So, a really good sleeping mat which traps plenty of air is vital. No matter how good you think you are at being comfortable on hard surfaces, you need a decent mat simply to keep you warm. The colder it is likely to be, the thicker your want your sleeping mat to be.

I have a Therm-a-rest NeoAir XTherm and it’s without doubt the best camping mat I’ve ever used, keeping me warm even while lying on ground that’s frozen solid.

Hot drink flasks – both insulated and non-insulated

By and large, I’d recommended insulated drinks containers on very cold trips. They’ll keep your hot drinks from going cold, and hot drinks can be literally a life-saver in cold conditions. But they’ll also keep your cold water from freezing, which is just as important.

There is one benefit to a non-insulated flask though – ideally something like a stainless steel drinks flask. Fill it with hot water before you go to bed, then stuff it into a sock, and you’ve got a hot water bottle you can tuck into your sleeping bag with you. It’ll also mean that in the morning you should have some drinking water that isn’t frozen, which is definitely useful.

How do you keep your tent warm inside?

A decent tent will usually do a good job of keeping you dry, reducing wind-chill, and keeping bugs and insects out. They don’t do a particularly good job of keeping you warm, and that’s not really what they’re designed for. Here are a few of the things you can think about to stay warm in your tent in winter, but our advice is to focus primarily on the above items first as your personal sleeping bag, clothing and camping mat will have a much greater impact.

Use the smallest tent possible, and try to fill it up.

Your body heat will warm up the air inside a tent, and the tent fabric will retain that heat to a certain extent. It follows, then, that by having less empty space inside the tent your body has less work to do to keep it warm, and there will be less circulation and movement of cold air replacing the warm air. So, use a tent that is the right size for the number of people (don’t camp solo in a two-man tent, for example) and, if you’re worried about being cold, consider bringing your pack into the tent to fill some of the space rather than leaving it in the vestibule area.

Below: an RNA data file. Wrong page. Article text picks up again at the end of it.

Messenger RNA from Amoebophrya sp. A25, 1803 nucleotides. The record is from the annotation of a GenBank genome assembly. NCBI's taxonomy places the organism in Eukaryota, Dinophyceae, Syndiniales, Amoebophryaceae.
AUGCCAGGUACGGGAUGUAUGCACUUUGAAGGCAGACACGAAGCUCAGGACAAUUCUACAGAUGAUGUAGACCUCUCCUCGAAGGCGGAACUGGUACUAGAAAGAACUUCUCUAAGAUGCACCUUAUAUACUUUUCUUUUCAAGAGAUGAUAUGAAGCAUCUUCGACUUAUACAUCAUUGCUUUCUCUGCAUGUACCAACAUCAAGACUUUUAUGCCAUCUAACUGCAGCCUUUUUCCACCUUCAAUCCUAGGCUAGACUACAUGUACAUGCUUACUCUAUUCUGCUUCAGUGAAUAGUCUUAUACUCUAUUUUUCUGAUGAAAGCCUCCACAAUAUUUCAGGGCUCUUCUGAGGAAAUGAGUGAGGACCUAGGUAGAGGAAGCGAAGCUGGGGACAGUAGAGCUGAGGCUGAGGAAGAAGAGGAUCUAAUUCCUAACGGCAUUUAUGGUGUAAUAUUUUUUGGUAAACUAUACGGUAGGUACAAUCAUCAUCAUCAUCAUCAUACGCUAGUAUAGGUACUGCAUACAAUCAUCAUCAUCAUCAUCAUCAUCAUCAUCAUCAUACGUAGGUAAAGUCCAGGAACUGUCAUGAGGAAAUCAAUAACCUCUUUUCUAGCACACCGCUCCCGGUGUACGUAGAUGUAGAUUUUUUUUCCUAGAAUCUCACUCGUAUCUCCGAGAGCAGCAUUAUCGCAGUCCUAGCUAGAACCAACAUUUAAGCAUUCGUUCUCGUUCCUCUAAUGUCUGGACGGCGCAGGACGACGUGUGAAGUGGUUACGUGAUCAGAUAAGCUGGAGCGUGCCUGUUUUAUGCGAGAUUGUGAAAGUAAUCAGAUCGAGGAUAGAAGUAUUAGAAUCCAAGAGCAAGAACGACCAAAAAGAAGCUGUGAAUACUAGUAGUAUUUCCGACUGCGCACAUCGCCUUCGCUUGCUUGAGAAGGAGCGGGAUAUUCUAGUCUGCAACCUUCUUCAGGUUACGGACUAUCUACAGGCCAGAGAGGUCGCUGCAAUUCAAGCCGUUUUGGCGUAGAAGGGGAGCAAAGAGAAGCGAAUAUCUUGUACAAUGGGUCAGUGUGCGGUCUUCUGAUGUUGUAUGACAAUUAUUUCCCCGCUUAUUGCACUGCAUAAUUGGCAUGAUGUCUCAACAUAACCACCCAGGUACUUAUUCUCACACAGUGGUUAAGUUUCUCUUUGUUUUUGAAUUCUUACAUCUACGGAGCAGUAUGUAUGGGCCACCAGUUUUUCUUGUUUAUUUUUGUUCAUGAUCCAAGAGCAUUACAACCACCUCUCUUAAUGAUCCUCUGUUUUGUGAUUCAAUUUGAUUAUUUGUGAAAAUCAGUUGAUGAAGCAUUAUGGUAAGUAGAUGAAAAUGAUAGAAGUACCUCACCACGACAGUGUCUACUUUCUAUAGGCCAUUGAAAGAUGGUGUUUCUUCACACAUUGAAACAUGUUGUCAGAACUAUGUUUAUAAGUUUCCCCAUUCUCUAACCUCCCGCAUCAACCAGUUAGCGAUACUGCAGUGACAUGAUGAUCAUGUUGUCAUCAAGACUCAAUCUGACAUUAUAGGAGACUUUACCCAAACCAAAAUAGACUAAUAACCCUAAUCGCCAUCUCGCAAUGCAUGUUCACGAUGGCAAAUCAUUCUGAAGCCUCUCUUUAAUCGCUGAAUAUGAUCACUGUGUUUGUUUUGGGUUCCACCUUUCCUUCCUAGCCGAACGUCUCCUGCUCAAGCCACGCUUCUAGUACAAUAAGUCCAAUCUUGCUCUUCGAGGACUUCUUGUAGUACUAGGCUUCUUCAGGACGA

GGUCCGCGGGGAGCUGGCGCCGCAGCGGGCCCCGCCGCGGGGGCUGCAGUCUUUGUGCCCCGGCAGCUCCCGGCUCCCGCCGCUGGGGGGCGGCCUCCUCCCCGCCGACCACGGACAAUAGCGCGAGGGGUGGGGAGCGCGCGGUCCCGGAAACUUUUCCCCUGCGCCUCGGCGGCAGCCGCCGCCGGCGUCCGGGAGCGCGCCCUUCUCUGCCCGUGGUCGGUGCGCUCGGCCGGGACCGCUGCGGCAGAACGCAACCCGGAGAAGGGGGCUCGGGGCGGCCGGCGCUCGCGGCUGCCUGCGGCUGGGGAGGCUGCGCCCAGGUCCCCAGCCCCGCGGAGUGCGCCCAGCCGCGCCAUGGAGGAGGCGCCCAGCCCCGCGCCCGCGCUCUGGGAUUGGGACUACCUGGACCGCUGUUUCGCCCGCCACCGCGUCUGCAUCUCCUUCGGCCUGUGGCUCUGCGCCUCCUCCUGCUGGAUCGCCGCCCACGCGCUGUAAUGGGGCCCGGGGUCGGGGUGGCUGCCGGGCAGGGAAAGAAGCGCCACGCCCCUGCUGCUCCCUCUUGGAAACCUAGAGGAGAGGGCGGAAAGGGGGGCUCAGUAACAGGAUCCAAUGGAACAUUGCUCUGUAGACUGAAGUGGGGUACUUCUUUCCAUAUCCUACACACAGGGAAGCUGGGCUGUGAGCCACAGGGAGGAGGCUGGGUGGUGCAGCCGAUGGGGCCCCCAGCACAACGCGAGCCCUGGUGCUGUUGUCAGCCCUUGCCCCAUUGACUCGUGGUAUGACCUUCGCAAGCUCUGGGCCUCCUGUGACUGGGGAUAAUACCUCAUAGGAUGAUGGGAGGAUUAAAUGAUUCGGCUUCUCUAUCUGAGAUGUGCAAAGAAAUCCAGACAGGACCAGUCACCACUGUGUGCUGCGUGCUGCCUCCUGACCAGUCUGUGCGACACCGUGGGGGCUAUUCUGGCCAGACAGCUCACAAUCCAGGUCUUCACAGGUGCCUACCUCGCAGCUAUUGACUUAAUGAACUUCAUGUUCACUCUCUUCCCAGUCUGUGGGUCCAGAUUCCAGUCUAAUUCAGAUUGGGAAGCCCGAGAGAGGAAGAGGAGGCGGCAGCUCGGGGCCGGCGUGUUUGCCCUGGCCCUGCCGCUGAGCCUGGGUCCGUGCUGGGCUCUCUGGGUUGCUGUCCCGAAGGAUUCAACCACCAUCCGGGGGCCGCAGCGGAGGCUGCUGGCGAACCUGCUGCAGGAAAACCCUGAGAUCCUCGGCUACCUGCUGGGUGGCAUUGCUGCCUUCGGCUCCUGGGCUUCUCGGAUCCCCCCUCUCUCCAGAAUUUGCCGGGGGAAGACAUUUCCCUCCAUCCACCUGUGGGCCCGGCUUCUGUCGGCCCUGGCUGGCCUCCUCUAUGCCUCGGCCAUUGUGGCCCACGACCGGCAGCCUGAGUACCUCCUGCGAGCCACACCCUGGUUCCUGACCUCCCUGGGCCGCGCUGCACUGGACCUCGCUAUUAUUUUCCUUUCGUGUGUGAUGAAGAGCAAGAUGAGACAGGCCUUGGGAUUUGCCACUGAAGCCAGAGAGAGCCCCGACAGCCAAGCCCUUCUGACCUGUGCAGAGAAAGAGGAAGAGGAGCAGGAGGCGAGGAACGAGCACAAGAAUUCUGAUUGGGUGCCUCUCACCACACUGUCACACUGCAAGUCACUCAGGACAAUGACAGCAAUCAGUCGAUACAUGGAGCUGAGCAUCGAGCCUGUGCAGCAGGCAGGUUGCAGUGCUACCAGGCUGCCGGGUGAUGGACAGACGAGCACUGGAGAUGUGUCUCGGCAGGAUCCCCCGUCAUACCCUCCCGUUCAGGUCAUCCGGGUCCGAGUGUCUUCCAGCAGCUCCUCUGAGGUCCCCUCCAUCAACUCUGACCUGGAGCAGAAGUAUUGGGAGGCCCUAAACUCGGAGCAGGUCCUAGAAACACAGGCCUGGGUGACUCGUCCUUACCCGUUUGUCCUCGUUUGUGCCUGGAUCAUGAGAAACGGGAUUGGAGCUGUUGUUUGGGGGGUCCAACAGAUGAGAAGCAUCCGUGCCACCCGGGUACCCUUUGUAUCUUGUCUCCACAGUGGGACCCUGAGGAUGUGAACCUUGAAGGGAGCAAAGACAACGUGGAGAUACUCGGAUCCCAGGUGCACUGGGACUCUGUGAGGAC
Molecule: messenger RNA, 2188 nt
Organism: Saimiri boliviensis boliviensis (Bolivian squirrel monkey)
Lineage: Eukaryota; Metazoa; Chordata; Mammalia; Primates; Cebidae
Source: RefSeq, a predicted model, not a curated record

How to insulate your tent.

Because of the additional surface area, insulating a tent will always require more material than simply insulating your own body (with clothes or a sleeping bag) and so is often not very weight-efficient. That’s why we’d see it as the last resort for anyone who is interested in reducing the weight of their pack. However, if you are not hiking long distances, or are staying in one location for several days and want to try to make the tent more comfortable to live in without having to be huddled in your sleeping bag, and especially if you are car-camping, then insulating your tent might be a viable option.

The first thing you should usually focus on is the ground. On a cold day, you will lose heat through the ground much more quickly than through the air, and sitting or lying on the tent floor will be extremely uncomfortable if it is resting on ice, snow, or freezing soil. Additional layers of tarp or groundsheets (often known as a ‘footprint’) may help a bit, but ideally you need something that traps a bit of air and creates space between you and the ground: carpets or rugs, foam mats, or a large inflatable mattress could all work.

The next option is to insulate the upper part of the tent against the air. Foil blankets inside the tent can help to reflect heat and keep it inside the tent, while an additional tarp placed over the whole tent creates another layer of trapped air which will insulate you further.

Can you warm your tent with a heater, stove or candle?

In theory, a small candle can create a surprising amount of warmth in a small area however the risk of fire in a tent is such that we would not recommend this except in a life-or-death emergency situation. We would also strongly advise against using any cooking appliance to heat a tent – both because of the risk of fire, and the potential danger of carbon monoxide poisoning.

In our view, the only safe option is a purpose-designed tent heater. These may run on electricity and require a power link or generator, but some run on gas so they can be used away from power. Nevertheless, they are so heavy that they are not a practical option for most hikers and you will almost always be better off simply packing a heavier sleeping bag, a warmer coat, more hats, or a thicker roll-mat.